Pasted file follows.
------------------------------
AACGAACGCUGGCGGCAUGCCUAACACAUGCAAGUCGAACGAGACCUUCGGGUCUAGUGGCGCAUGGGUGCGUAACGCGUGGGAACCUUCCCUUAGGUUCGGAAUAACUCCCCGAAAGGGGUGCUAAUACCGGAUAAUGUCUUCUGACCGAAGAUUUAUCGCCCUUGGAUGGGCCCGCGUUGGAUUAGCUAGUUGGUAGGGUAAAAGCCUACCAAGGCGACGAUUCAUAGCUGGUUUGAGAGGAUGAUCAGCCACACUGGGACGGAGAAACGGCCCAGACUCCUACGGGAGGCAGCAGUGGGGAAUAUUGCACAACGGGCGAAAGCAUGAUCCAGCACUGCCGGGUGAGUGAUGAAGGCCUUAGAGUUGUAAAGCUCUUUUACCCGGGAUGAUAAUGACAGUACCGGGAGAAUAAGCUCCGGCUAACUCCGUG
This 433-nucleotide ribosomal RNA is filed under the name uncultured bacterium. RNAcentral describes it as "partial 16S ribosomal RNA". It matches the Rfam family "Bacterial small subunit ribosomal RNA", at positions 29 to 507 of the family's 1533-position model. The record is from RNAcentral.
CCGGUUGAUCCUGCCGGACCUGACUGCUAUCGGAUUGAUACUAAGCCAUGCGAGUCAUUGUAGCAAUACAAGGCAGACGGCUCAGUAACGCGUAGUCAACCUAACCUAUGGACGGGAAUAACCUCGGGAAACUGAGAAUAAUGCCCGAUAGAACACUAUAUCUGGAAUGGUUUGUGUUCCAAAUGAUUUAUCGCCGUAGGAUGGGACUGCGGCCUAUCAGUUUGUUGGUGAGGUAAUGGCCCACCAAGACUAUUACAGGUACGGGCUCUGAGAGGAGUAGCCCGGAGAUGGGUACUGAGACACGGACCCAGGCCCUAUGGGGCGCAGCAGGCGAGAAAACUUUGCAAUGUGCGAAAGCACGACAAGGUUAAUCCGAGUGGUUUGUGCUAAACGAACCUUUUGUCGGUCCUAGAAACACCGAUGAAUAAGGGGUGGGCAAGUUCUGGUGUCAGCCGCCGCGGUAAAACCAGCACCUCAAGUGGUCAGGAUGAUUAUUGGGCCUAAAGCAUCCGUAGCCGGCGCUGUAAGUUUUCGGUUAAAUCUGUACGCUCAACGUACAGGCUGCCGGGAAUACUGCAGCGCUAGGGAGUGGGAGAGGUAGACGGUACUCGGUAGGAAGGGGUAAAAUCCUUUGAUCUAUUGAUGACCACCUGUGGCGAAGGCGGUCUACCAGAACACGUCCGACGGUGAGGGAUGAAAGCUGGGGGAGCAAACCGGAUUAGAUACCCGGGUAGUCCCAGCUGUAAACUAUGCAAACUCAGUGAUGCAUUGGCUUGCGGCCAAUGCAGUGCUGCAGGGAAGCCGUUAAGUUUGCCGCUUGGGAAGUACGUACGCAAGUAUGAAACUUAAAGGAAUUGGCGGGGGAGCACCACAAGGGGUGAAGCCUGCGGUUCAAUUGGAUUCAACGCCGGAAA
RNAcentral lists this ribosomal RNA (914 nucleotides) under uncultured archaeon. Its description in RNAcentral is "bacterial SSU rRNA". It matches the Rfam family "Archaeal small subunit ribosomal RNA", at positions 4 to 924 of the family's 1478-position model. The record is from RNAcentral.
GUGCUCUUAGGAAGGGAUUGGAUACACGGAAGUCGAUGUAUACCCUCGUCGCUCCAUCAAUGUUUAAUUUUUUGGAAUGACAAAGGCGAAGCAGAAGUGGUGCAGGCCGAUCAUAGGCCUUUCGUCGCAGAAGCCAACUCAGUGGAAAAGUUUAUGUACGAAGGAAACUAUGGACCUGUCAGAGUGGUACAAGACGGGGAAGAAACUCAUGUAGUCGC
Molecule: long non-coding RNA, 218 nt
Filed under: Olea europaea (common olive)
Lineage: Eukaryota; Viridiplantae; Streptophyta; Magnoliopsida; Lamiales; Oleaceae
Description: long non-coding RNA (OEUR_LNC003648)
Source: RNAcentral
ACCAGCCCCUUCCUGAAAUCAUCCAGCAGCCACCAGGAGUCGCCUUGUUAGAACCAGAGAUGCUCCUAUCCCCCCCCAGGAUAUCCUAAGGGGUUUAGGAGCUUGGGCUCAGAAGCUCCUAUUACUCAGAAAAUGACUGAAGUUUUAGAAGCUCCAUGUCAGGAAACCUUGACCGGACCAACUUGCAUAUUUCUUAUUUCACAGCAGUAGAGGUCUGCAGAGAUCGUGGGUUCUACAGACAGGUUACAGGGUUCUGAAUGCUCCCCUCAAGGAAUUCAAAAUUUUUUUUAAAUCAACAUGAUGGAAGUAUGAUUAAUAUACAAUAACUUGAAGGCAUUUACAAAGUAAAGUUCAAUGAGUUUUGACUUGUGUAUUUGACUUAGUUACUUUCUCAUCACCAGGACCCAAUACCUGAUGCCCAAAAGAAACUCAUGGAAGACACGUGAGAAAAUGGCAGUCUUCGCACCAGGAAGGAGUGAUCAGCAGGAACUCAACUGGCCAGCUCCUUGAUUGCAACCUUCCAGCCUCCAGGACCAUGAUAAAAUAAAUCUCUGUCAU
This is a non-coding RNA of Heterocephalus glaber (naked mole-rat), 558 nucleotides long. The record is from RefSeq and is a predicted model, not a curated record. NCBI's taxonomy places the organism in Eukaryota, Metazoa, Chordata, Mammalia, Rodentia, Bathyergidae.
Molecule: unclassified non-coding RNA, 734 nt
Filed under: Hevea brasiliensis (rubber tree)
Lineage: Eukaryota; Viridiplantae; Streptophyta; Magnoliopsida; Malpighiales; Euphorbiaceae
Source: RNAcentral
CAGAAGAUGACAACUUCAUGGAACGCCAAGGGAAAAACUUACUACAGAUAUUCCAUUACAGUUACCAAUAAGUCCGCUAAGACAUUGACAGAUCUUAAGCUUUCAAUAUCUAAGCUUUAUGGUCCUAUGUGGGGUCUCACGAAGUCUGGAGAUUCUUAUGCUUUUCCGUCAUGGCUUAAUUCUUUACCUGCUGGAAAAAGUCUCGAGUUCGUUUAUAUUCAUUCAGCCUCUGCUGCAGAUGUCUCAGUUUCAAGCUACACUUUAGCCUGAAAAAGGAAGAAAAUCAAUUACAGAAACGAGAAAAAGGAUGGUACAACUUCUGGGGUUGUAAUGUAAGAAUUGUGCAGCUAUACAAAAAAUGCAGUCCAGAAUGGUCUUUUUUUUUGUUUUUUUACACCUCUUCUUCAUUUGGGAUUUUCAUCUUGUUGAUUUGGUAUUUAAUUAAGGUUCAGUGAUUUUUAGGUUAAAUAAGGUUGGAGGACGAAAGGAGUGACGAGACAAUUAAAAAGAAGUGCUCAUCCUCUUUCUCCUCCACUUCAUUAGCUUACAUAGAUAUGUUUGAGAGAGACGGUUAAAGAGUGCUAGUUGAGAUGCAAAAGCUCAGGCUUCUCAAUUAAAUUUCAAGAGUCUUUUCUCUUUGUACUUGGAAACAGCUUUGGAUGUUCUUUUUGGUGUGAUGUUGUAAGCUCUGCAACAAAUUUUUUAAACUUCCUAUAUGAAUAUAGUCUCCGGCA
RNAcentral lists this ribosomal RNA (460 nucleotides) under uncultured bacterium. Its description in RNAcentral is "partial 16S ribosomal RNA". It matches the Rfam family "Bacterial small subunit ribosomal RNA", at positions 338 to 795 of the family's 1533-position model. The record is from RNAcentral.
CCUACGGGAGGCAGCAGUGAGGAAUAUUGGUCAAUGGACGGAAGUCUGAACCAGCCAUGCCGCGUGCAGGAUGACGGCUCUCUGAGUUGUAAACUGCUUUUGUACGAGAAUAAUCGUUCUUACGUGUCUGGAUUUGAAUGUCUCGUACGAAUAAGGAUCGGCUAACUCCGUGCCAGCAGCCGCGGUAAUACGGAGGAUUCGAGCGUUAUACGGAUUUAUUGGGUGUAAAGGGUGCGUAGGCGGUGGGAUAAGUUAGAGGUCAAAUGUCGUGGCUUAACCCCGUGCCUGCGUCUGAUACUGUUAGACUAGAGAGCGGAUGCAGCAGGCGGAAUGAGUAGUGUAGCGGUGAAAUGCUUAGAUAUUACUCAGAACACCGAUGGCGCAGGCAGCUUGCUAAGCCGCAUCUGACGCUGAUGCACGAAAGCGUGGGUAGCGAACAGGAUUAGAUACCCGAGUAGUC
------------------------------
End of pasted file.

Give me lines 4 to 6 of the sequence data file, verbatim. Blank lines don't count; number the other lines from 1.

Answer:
RNAcentral lists this ribosomal RNA (914 nucleotides) under uncultured archaeon. Its description in RNAcentral is "bacterial SSU rRNA". It matches the Rfam family "Archaeal small subunit ribosomal RNA", at positions 4 to 924 of the family's 1478-position model. The record is from RNAcentral.
GUGCUCUUAGGAAGGGAUUGGAUACACGGAAGUCGAUGUAUACCCUCGUCGCUCCAUCAAUGUUUAAUUUUUUGGAAUGACAAAGGCGAAGCAGAAGUGGUGCAGGCCGAUCAUAGGCCUUUCGUCGCAGAAGCCAACUCAGUGGAAAAGUUUAUGUACGAAGGAAACUAUGGACCUGUCAGAGUGGUACAAGACGGGGAAGAAACUCAUGUAGUCGC
Molecule: long non-coding RNA, 218 nt